Aug. 14, 2012 at 8:47 AM ET
There are always plenty of questions surrounding achieving weight loss, whether it’s about taking supplements or eating protein or drinking water. But how’s a person supposed to know what is fact or what is fiction? TODAY nutrition expert Joy Bauer answers your questions, including two bonus online-only answers.
Michelle, from Mora, Minn.: I've heard a lot of hype about raspberry ketones enhancing weight loss. Do they actually help you lose weight?
Joy Bauer: I can’t completely rule it out – but there’s no clinical research to back up a weight loss claim.
Raspberry ketones are one of the compounds in red raspberries that give the fruit its aroma, and they are chemically similar to a stimulant called synephrine. A couple of laboratory studies in test tubes and mice have found that high doses of the compounds MAY aid in weight loss or help prevent weight gain, presumably by increasing the breakdown of fat. But the key word is “may” – because at this time, there are NO studies in humans providing evidence that these compounds are effective. Also, it’s important to keep in mind that while raspberries only contain trace amounts of these naturally occurring “raspberry ketones”, the supplement versions contain highly concentrated amounts. These huge amounts have yet to be studied in humans and could cause worrisome side effects.
Bottom line: don’t be a guinea pig for an untested supplement with no proven benefits.
Alyssa, from Oshkosh, Wis.: I heard apple cider vinegar helps curb your appetite. If so, how much do you need and what time during the day should I consume it?
Joy Bauer: Although it’s not 100 percent confirmed, the acetic acid in vinegar (ALL types of vinegar, including white, balsamic, red wine, champagne, as well as apple cider vinegar) may actually have some fat-fighting capabilities. Here’s what we know:
Consuming between 2 teaspoons and 2 tablespoons of vinegar with a meal can decrease the rise in blood sugar that typically occurs after eating (that’s good news for diabetics). Some studies have also found that vinegar may increase satiety or fullness…which means you could wind up eating less and, therefore, losing weight.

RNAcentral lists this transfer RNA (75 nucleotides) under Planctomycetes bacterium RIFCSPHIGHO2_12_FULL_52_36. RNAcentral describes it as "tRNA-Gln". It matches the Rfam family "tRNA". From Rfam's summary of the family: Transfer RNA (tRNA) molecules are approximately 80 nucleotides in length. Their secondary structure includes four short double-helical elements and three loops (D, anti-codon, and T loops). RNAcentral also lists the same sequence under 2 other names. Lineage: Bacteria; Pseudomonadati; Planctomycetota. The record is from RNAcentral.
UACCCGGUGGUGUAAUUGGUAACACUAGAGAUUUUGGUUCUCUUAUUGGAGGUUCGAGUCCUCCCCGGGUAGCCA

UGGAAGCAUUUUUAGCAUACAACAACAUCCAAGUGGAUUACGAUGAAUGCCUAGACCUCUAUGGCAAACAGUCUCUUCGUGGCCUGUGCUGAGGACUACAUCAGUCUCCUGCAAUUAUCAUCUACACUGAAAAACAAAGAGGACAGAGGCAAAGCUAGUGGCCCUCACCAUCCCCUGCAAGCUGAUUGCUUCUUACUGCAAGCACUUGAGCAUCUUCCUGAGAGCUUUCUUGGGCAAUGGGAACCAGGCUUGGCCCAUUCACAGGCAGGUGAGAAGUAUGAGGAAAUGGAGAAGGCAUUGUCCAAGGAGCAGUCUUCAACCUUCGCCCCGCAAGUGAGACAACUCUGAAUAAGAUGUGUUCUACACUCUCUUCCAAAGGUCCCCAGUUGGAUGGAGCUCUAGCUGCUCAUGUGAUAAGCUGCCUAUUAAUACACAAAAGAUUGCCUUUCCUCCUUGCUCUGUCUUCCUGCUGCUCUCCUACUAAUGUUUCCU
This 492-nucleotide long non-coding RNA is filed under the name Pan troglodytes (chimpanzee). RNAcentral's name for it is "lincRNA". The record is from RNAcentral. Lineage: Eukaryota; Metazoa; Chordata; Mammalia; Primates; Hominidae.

Of course, drinking straight vinegar isn’t very appetizing and could irritate your esophagus, so I suggest having a vegetable salad (or something as simple as a sliced tomato or cucumber) topped with one to two tablespoons vinegar and a few dashes of olive oil before lunch and/or dinner. We already know for sure that the low-cal, high-volume vegetables will help fill you up before the main meal, and who knows, the vinegar may help too! And remember that any variety of vinegar will work – the apple cider type doesn’t offer any special advantage.
Allison, from Columbia, Mo.: Are the claims that “green coffee bean extract” can increase weight loss true? I am thinking about trying the powder and just want to make sure it isn't another diet fad that doesn't really work.
Joy Bauer: It’s too soon to tell. Green coffee bean extract is derived from raw coffee beans, and it’s rich in an active compound called chlorogenic acid. (The roasting process destroys most of the chlorogenic acid so coffee made from roasted beans only has a small amount.) Scientists hypothesize that green coffee extract may help people lose weight by inhibiting glucose (sugar) absorption and altering fat metabolism. A handful of studies have found that overweight people taking green coffee extract from a supplement or enriched green coffee beverage do lose some weight, but the effect is modest and the studies to-date are small and short (plus, some are poor-quality). In addition, the supplement hasn’t been studied long enough to determine if there are concerning side effects.